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What Is the Best Way To Fight Aqueous Cellulite?

Aqueous cellulite is often caused by a microcirculation disorder and leads to an irregular appearance of the skin. Let's find out together what aqueous cellulite is and what tips there are to fight it.

Published February 29, 2024, by Pauline, Head of Scientific Communication — 5 min read

Aqueous Cellulite: What Is It?

Aqueous cellulite is caused by water retained in the skin tissue of the subcutaneous layer, forming swelling and edema. It forms a bump on the skin (capiton) that feels soft but is not painful when touched.

The skin consists of three main layers: the epidermis, dermis and hypodermis. The epidermis, the top layer, has a protective function and is covered with the hydrolipidic film. The dermis is thick and elastic. Among other things, it contains the sebaceous glands that produce sebum. Finally, the hypodermis is the deepest layer of the skin. It consists mainly of fat cells, serves as an energy reserve and has a heat-insulating function. The fat cells are held together by collagen fibers.

The Causes of Aqueous Cellulite

Aqueous cellulite often occurs on the lower limbs (thighs, calves and ankles). It is caused mainly by a disorder of venous and lymphatic circulation. The adipocytes slow down the removal of water and toxins, which are deposited in the connective tissue and make the skin appear wavy, so that it begins to deform. People affected by cellulite with water retention often complain of heavy legs.

Tight clothing or shoes can exacerbate this poor circulation, as can excessive salt consumption. When tissues have a high salt concentration, they attract and hold water, making it difficult to drain. Genetics can also be responsible for the development of aqueous cellulite: The strength of veins and lymphatic vessels, which is closely related to the efficiency of blood circulation, depends in part on our genetic makeup. Finally, an imbalance between estrogen and progesterone levels, the female hormones, may be responsible for increased permeability of blood capillaries. This leads to abnormal flow into the adipose tissue, which promotes water accumulation in the subcutaneous tissue.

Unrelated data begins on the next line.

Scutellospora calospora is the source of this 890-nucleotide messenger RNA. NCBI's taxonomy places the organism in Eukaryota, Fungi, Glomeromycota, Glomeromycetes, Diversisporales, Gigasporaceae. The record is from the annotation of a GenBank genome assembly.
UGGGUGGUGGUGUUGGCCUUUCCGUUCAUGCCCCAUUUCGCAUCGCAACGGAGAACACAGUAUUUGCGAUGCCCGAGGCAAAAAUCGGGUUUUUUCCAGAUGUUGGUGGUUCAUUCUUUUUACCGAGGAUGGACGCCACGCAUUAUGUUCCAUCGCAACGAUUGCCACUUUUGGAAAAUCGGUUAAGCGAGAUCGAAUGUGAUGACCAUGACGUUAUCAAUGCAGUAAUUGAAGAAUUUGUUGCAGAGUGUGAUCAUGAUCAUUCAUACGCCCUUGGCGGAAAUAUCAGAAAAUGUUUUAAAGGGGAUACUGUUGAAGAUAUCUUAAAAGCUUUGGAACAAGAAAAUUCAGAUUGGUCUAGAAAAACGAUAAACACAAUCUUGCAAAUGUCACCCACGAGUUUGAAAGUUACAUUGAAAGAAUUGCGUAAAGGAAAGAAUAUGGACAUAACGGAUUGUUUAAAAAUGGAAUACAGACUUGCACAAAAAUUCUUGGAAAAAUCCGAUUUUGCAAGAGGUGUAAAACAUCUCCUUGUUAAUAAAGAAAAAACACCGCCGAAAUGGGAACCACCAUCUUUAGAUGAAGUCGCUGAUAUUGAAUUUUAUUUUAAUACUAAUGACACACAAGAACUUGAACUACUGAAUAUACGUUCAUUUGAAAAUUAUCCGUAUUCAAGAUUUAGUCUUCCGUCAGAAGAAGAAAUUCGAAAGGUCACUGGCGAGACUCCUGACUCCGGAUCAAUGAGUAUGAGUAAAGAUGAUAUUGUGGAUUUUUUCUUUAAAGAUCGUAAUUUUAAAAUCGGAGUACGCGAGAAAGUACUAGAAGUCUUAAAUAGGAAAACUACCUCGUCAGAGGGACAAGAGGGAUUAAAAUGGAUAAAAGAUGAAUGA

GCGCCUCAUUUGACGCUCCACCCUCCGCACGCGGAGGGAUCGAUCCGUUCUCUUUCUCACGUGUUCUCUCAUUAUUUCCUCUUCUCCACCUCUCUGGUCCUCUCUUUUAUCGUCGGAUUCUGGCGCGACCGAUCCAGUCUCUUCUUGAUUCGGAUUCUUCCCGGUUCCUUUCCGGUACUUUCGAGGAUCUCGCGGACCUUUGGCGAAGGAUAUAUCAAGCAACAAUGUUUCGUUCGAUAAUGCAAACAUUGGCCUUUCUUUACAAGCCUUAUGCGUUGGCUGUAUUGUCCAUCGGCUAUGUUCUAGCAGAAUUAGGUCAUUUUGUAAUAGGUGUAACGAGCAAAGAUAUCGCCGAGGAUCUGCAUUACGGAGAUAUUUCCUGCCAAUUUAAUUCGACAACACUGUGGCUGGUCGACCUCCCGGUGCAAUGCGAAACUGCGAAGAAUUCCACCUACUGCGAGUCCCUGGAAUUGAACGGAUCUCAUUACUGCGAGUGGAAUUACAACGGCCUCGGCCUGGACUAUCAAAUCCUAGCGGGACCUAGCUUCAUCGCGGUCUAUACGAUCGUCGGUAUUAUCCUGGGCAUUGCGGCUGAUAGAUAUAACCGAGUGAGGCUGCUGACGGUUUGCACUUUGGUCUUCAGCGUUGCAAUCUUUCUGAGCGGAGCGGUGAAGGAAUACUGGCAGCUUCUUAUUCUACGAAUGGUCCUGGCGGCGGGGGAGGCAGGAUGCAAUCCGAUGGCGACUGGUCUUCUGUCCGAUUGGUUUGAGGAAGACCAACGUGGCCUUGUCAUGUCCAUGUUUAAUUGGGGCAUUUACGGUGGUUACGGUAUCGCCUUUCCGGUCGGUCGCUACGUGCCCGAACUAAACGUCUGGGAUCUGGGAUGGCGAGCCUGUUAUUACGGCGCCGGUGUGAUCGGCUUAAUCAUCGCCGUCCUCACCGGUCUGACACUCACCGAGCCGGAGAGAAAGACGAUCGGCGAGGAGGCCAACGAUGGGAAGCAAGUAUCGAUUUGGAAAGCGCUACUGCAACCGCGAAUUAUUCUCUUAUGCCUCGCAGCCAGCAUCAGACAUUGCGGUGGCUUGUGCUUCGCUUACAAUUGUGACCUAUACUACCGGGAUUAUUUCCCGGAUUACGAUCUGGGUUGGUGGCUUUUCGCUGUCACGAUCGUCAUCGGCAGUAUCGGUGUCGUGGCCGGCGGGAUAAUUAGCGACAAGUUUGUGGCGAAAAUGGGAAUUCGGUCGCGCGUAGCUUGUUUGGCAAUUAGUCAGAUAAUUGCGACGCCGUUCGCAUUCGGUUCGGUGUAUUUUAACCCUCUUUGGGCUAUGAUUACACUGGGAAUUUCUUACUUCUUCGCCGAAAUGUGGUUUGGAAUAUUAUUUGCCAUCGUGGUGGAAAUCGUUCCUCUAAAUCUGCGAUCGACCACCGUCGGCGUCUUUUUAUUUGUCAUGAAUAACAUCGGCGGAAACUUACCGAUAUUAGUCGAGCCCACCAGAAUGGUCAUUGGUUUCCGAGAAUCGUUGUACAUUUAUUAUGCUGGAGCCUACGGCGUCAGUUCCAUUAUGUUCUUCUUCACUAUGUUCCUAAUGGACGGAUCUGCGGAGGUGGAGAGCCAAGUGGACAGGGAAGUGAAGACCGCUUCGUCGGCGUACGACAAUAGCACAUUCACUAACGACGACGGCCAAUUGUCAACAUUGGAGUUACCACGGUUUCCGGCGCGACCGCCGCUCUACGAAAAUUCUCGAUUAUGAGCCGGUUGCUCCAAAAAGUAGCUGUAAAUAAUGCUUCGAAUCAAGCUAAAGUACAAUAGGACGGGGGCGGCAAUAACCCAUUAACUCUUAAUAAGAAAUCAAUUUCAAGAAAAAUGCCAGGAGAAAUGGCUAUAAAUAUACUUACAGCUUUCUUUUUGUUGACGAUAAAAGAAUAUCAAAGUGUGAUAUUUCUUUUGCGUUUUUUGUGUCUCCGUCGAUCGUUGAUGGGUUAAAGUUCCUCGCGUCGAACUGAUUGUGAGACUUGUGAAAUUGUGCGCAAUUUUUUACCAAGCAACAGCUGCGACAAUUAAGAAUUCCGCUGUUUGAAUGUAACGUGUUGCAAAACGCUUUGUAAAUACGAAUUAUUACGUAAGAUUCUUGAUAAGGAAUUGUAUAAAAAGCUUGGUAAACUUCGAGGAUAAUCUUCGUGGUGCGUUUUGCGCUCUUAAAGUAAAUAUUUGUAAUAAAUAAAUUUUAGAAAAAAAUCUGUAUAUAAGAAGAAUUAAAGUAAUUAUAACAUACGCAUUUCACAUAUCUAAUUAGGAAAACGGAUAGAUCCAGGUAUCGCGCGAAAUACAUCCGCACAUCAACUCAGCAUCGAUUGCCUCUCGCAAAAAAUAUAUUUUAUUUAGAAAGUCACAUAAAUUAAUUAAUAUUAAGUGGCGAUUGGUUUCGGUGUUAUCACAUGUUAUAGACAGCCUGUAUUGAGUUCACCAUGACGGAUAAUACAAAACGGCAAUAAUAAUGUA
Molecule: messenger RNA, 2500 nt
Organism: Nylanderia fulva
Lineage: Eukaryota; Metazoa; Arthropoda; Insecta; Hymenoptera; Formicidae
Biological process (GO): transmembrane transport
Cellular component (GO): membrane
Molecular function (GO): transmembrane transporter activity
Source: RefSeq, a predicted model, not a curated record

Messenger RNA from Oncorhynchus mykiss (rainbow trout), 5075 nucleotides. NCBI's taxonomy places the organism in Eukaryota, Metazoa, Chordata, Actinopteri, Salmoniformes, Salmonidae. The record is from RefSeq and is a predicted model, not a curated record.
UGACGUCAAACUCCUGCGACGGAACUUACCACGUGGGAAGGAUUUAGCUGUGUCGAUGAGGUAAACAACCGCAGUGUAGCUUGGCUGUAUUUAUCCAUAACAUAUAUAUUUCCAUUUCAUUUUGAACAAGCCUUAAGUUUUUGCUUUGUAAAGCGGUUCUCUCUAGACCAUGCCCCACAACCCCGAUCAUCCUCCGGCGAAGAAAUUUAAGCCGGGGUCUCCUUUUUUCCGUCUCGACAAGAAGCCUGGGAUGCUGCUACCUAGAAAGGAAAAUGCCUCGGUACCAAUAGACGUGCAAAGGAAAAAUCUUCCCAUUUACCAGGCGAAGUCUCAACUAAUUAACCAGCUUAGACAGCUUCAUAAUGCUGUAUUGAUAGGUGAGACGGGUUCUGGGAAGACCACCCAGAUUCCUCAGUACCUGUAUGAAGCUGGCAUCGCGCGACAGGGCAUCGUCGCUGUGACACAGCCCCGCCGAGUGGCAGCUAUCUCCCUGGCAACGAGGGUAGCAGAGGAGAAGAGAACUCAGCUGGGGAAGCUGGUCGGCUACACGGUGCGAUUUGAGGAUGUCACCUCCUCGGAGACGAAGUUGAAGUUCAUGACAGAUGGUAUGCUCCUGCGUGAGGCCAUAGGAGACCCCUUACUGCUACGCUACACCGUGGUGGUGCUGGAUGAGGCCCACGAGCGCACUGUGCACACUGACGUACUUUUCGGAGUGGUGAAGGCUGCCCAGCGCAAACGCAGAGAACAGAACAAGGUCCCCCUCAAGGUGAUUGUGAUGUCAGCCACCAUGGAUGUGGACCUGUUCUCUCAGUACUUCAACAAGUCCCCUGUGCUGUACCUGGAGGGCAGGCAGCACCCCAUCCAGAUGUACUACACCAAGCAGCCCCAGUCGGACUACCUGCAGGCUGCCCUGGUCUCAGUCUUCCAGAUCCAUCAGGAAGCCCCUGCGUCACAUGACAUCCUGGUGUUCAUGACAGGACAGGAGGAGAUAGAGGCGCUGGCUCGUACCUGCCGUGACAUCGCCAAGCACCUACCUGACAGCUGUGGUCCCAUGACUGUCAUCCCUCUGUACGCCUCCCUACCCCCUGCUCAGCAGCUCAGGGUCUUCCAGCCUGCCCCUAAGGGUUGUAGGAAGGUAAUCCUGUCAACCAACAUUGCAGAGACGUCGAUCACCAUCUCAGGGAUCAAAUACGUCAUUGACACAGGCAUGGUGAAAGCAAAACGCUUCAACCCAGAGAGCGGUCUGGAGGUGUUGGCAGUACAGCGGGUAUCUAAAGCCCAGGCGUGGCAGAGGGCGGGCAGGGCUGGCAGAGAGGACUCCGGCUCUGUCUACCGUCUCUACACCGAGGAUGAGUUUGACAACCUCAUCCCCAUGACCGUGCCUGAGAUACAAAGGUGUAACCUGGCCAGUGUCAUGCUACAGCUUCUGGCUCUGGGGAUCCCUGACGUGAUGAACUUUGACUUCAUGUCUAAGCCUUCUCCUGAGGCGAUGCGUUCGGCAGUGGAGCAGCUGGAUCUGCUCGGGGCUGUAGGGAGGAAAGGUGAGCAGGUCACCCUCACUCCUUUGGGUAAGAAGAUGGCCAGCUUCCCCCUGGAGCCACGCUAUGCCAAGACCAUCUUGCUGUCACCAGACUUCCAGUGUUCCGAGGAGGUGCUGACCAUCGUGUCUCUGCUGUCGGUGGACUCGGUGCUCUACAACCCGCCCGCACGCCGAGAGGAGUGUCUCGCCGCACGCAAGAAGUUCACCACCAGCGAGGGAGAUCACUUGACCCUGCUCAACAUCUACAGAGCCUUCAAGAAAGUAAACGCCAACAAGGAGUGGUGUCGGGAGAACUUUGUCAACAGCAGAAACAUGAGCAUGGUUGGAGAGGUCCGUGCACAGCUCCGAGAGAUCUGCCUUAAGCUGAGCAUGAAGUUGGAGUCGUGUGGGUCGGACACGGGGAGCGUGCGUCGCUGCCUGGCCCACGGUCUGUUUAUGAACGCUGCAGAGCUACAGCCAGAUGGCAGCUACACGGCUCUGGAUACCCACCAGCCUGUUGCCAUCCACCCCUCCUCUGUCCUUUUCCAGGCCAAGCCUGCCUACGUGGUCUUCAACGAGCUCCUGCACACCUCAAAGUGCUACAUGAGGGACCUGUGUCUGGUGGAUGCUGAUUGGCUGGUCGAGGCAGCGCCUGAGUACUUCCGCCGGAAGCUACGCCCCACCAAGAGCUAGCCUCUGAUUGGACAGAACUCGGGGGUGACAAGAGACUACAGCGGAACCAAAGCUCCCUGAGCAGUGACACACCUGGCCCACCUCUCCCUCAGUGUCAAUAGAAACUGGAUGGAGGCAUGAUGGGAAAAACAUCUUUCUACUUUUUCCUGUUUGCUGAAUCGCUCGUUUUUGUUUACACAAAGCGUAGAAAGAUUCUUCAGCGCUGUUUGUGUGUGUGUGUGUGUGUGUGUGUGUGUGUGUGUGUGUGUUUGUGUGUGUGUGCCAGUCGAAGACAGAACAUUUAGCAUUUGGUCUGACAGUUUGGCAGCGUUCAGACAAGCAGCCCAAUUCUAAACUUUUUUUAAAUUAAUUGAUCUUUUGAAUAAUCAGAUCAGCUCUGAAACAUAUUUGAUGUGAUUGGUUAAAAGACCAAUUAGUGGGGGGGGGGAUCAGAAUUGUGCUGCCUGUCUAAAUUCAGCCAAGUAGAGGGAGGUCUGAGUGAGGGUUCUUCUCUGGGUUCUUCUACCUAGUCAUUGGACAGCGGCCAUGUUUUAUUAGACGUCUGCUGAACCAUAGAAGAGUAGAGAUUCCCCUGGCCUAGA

Solutions To Fight Aqueous Cellulite

There are several solutions to prevent the appearance of aqueous cellulite or soften its appearance.

Certain Daily Routines

Certain daily actions or practices help prevent the appearance of aqueous cellulite and limit its development.

  • Balanced diet: as mentioned above, a diet rich in salt promotes the development of cellulite. To prevent it, you should eat a varied diet and drink plenty of water.

  • Regular physical activity: water sports are especially good for preventing water retention. They are practiced in cold water and provide better blood circulation. In addition, the water has a massaging effect on the skin.

  • Massages: Palper-Rouler stimulates blood circulation and drains the skin. The application of an invigorating care, such as our body cream with caffeine or our body scrub with green coffee, completes the effect and contributes to the smoothing and firming of the skin. In particular, caffeine has a decongestant and draining effect and is able to improve blood and lymphatic circulation. This characteristic is directly related to its ability to break down fats and toxins. When these accumulate in the blood, they can be responsible for a loss of efficiency of the microcirculation and promote the development of cellulite.

Aesthetic Medicine

Once aqueous cellulite has taken hold, certain aesthetic medicine techniques can be utilized to reduce the appearance of cellulite.

  • Shock waves: These acoustic waves stimulate and improve blood and lymph circulation. After treatment, there may be mild pain and irritation that gradually subsides over the next few days. However, people with pacemakers and pregnant women are not advised to use shock waves.

  • Mesotherapy: this technique involves injecting active substances that have draining properties. In particular, silicon can increase the elasticity and tone of the vessels to stimulate venous return and microcirculation. After the injection, sometimes a small reaction edema or skin redness occurs. These are normal reactions that subside after a few hours or days.

Sources :

  • RAWLINGS A. Cellulite and its treatment. International Journal of Cosmetic Science (2006).

  • HERMAN A. & al. Caffeine's mechanisms of action and its cosmetic use. Skin Pharmacology and Physiology (2013). 

  • SADICK N. Treatment for cellulite. International Journal of Women’s Dermatology (2018).


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